They also focussed on understanding user behaviour by speaking to all their customers. The team tried to figure out how to make the app more user-friendly and convenient. They even offered a mandatory feedback column for all users and started rewarding them with cashback and other relevant benefits. 

“This feedback from end-users helped us plan our new releases and functions,” says Mahesh. 

When PayMe finally launched its product, it was a comparatively new concept in the market, and it was a little difficult for Indian customers to understand how a loan app works. The user was aware of the loan aggregator; however, they had no experience of complete processing and approval over application instantly. 

User feedback loop 

Initially, the customers felt there could be some catch. “We took this situation as a challenge, and we took some initial effort to convince and make our initial customers comfortable and understand the process. We also went to some reliable websites and asked them to list our product there, which worked like a miracle and brought our initial 5,000 customers. We also took a lot of security certifications to make our customers comfortable dealing with a legitimate app,” says Mahesh. 

However, managing product development and scale is a challenge in itself. Despite that, PayMe now has a substantial regulatory part looked after. The team did this in a well-planned and phased manner to manage any last moment rush and reduce any inconvenience.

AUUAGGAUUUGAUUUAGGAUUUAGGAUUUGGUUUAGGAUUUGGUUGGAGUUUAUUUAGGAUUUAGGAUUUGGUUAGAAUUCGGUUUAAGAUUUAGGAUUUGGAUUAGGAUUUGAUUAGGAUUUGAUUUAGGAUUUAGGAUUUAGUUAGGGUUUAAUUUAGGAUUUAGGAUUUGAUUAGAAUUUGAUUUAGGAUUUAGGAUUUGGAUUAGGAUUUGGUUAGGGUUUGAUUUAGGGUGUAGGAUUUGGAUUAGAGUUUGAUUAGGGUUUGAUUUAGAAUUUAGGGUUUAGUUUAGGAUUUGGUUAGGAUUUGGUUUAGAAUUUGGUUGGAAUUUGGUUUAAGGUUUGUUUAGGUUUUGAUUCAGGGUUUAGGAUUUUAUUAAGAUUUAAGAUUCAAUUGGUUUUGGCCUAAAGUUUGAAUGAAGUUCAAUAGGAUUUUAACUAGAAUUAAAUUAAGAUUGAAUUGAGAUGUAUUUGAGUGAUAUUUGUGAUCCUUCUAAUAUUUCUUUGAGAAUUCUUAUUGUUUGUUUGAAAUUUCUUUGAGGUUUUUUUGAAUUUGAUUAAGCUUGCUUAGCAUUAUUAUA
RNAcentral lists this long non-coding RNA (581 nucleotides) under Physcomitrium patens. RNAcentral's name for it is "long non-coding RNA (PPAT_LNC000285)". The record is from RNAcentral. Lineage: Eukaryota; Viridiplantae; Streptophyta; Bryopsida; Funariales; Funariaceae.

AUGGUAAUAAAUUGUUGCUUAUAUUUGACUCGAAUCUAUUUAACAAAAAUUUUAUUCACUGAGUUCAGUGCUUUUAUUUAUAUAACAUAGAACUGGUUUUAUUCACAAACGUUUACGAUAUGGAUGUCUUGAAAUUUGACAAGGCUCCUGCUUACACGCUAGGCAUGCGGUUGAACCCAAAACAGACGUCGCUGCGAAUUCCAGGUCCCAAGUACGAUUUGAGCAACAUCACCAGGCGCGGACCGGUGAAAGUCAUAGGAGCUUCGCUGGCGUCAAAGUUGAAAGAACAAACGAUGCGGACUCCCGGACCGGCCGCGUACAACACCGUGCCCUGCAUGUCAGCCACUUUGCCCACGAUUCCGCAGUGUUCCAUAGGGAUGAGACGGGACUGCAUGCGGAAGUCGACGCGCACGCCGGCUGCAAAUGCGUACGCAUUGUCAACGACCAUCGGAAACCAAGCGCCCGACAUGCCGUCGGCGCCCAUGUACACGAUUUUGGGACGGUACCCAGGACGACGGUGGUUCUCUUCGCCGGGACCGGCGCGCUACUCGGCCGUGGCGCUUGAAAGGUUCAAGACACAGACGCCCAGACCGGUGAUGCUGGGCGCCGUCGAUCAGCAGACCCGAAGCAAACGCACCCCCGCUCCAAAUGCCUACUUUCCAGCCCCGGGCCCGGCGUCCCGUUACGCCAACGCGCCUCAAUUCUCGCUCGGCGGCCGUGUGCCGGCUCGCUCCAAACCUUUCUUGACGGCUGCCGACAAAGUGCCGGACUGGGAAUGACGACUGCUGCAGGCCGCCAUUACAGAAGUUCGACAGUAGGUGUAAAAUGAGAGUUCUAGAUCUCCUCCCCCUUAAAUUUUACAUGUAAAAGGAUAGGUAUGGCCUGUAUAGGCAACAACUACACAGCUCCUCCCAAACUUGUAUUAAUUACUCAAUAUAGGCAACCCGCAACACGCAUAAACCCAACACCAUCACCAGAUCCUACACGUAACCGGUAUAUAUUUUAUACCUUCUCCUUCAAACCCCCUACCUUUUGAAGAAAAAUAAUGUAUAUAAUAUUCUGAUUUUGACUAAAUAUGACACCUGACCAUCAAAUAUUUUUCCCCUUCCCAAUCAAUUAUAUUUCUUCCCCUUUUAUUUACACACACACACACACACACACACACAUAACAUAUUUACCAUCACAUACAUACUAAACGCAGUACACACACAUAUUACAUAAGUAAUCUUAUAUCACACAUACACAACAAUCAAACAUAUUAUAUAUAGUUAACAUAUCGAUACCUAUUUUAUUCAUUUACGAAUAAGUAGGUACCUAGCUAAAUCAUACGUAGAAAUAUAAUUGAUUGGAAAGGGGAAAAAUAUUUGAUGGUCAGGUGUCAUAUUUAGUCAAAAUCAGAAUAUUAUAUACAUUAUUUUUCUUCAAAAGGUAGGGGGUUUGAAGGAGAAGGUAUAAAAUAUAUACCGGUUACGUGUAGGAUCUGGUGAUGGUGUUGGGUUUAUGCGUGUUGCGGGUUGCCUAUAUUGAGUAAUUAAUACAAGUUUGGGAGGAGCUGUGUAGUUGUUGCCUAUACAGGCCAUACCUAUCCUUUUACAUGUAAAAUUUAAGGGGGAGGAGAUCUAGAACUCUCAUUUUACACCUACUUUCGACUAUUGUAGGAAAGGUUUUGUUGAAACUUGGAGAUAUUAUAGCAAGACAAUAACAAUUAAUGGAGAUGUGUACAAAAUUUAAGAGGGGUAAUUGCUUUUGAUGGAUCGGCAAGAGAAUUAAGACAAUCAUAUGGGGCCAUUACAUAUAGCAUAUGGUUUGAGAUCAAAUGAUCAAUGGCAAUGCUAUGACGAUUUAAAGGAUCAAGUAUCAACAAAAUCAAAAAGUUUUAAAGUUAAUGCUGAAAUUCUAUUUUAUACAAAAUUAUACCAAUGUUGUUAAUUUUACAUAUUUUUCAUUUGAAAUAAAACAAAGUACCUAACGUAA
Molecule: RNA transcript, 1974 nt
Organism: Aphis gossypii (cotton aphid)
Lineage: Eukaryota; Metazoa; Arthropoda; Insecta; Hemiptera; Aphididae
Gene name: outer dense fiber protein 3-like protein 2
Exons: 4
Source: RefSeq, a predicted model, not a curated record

“With little syncing and prioritising, we have been continuously adding features in our app, which are appropriate for our customers. The main challenge was to keep uptime and response under control and to see that users were not getting impacted at any point in time. Another challenge was supporting the development and avoiding monkey patching at all costs.”

“We had to ensure we kept bugs to a minimum, even if it resulted in extended timelines. We also moved from legacy monolith architecture to microservices architecture to cope with scale and availability,” adds Mahesh. 

The future  

The ecosystem is changing rapidly, and so is the expectation from the customer’s side. Automation is also driving growth and making it easy in the process. Mahesh explains the team has reduced most of the manual work with automation. Hyper-automation with the help of AI/ML, deep learning, and RPA are bringing lots of efficiency around decision making and work automation. 

“We moved from manual disbursals to automated disbursals and reduced the time by about 90 percent. We also integrated eMandates/eNach/UPI to simplify repayments. From manual KYC, we took advantage of eKYC and shortened the customer journey further. CI/CD helped us streamline our release process at the infrastructure level. Crashlytics and performance benchmarks helped improve the app experience for users and identify issues early on. These key technologies and trends are becoming increasingly intertwined and integrated, giving massive impetus to fintech and financial industry innovation,” explains Mahesh. 

PayMe recently launched ‘SALT,’ a virtual credit card, offering credit over UPI. The new app will help the user base utilise the available credit limit for their day-to-day transactions and even small transactions imbibing the proper credit habit. The customers can track their monthly expenses and their category from the statements. They can also earn loyalty points that can be clubbed and redeemed for exciting items. 

“We are nimble-footed and closely monitoring all technological development in the sector. We hope there is a new future waiting for us where in Defi, account aggregation, and digital assets will change a lot of things,” says Mahesh.